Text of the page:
University of Kansas law professor Andrew Torrance launched a legal analytics course last semester, allowing law students to set themselves apart in the workforce and think critically in real world situations.
“The law deals with every aspect of society, and increasingly numbers, statistics, data, especially big, big data, artificial intelligence — these approaches are becoming the favored way to interpret the world, including in the context of the law,” Torrance said.
Torrance's legal analytics course focuses on basic statistics and data analysis in law.
“I tried to teach everything from the basics on upwards and also tried to teach it in ways where the students didn't need to master all of the fancy mathematical theory behind it, but instead they were able to master the general principles, and they were able to apply it in practice,” Torrance said.
During class, students were able to look at real life examples of how legal analytics can be of use outside the classroom.
In one of Torrance's examples, he talked about human smuggling rates within three regions of the United States.
“We put all the data on the board in front of the class, and we tried as a class to make a guess as to whether it was higher in one region than another, and we all decided that by the way the data looked, that the middle of the country had the highest human smuggling for the whole country,” Torrance said.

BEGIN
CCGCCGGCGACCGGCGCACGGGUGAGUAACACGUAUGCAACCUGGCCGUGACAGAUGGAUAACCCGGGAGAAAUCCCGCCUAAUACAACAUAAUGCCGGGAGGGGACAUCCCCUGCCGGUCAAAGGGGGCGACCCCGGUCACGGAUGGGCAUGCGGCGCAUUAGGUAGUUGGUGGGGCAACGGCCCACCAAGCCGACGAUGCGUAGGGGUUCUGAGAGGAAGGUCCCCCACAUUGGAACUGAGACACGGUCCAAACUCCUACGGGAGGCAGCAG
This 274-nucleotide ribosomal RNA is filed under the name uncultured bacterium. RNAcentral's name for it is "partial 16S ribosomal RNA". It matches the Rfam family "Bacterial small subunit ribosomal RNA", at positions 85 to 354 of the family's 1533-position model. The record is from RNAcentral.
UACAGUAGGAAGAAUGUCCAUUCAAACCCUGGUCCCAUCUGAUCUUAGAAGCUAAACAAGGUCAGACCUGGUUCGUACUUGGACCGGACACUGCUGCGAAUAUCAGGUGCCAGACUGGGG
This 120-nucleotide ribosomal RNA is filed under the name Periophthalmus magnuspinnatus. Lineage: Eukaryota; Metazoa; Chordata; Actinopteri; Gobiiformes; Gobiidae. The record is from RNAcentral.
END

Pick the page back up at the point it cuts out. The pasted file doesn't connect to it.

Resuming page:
However, with further analysis, the students were able to find this was not the case.
“We took that data, and we used a statistical test called and analysis of variants that can tell you whether the data is actually different or not,” said Torrance. "And what we found was that when you actually run the statistical test on the data, there is no meaningful difference between the eastern, middle and western states in human smuggling, despite the fact that if you look at the data your mind is tricked into thinking that there is a difference.”
While this scenario was able to trick a majority of the class, the example helps prepare students for situations they may face in a real life setting.
“To me, a class that teaches how to apply this body of knowledge to law provides law students and attorneys with basic approaches necessary to navigate the increasingly quantitative field of law.” Torrance said.
This class was also a popular option among law students at the University. According to Torrance, 20 people out of around 300 students signed up for the class. “I guess I had about 8 percent of the law school in my class," he said.
The class is held as a discussion-based course to allow students to perform experiments and practice using data analytics programs used by legal service providers.
Torrance hopes by teaching this course, he'll be able to prepare students and judges to make informed decisions and arguments based on properly analyzed data and statistics.